Sunday, April 21, 2013

Fracking: A Medically Irresponsible Practice
By: Evelyn Knowles

What Is It?
Induced hydraulic fracturing, or “fracking,” is a mechanism by which natural gases can be extracted from the earth. The event of water naturally forcing open large cracks in shale is nothing new geologically, but when this event is induced by injecting high-velocity water, sand, and chemicals into the shale, there are indisputable chemical repercussions which subsequently affect the physical health of the surrounding environment and residents. While the chemical components account for only a fraction of a percent of the total volume of fracturing fluid injected into the shale, the health consequences of exposure to even the present quantity of chemicals range from kidney damage to increased risk of cancer.

Who Does It?
Schlumberger, Haliburton, and Sanjel are just a few of the billion-dollar corporations that perform hydraulic fracturing. Like other forms of oil drilling, fracking is not sustainable (you can only use it on any given well a very limited number of times), however it is extremely profitable. The oil companies are making powerful offers to states to lease land upon which to drill, offering thousands of dollars per month to land owners for a lease. In fact, Ohio was offered a total of over $180 million from oil companies for drilling leases in state parks and forests.

Naturally, those who hold fracking in their best fiscal interest declare that the practice is completely safe. But some organizations beg to differ. According to this report from 2011 by the US Environmental Working Group (EWG), “contrary to industry’s insistence that hydraulic fracturing is safe for underground water supplies… hydraulic fracturing poses significant risks to the drinking water sources on which more than 100 million Americans depend.” Toxic chemicals leeching into the ground water isn’t the only potential risk. Evaporation processes can even contaminate nearby air, creating risky environments particularly for on-site employees. Immediate health risks for employees include chemical burns to the skin, but accidental inhalation or repeated exposure to these substances could also cause longitudinal damage.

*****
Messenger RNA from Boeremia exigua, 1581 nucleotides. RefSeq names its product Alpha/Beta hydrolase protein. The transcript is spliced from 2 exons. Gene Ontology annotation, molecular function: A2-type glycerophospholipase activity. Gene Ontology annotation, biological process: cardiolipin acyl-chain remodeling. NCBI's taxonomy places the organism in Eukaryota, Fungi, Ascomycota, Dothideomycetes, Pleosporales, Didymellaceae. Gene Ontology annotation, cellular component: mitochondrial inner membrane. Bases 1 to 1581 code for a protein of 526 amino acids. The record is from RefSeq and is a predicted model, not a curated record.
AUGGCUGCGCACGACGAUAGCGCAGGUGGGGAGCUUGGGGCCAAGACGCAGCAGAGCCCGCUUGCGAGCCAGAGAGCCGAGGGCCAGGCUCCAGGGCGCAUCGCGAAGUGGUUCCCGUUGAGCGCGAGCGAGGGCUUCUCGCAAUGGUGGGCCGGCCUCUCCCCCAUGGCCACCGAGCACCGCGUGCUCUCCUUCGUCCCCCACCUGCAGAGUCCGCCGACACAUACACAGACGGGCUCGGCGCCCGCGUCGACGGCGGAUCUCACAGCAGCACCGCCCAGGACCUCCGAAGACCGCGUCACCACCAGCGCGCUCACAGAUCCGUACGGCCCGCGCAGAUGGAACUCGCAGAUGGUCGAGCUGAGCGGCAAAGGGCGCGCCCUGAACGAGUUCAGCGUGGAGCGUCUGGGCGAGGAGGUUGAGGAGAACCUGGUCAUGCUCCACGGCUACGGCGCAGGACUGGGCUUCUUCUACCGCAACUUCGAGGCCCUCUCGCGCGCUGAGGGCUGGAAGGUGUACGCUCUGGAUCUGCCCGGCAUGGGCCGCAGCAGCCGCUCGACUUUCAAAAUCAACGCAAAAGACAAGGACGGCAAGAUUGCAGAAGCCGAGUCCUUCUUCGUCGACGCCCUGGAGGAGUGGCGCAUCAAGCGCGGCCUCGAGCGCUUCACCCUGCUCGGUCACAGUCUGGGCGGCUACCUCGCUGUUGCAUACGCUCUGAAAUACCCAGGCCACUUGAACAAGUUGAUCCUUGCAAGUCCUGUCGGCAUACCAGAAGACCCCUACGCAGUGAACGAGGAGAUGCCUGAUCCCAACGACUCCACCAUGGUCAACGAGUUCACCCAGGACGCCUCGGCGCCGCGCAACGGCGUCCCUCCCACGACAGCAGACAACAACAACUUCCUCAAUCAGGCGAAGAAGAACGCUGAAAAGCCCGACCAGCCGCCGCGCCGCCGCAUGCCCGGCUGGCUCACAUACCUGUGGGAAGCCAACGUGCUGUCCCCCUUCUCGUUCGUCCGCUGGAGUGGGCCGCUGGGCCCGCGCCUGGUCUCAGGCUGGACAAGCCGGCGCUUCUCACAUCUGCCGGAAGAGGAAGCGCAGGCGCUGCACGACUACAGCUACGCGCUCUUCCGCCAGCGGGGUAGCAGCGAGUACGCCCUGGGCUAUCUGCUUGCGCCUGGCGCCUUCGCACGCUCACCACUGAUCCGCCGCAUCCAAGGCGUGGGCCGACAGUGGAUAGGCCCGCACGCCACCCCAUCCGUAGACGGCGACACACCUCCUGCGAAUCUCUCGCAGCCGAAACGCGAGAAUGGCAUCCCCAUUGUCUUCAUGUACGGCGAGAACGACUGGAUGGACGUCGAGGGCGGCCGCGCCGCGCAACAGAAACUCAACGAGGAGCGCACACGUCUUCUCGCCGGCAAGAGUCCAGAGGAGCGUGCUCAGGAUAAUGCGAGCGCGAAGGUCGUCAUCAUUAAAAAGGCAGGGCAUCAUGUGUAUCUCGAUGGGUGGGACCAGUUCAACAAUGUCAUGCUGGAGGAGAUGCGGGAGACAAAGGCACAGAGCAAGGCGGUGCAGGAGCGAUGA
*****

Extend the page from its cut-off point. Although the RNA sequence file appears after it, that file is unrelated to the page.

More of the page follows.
Why is it Dangerous?
While many fracking policies require safeguards such as cementing fractures to prevent chemicals from leeching into the soil and groundwater, these practices can never be foolproof. Primarily, hydraulic fracturing happens naturally all the time, and it is very possible that a natural (un-cemented) fracture could interrupt an induced fracture, allowing the fluid chemicals to leave the cemented well and make it into the ground. The pipes used in the collection of the gases themselves have also been reported to break on occasion, also leading to contamination with compounds such as methane. Unfortunately, due to the Energy Policy Act of 2005, Fracking is not subject to EPA rigorous chemical monitoring. This allows drilling companies more leeway in what they put into the fracking fluid and inject into the ground. For those residing near hydraulic fracturing sites, this means that any number of dangerous chemical could be in the air they breathe and the water they drink, causing major health issues.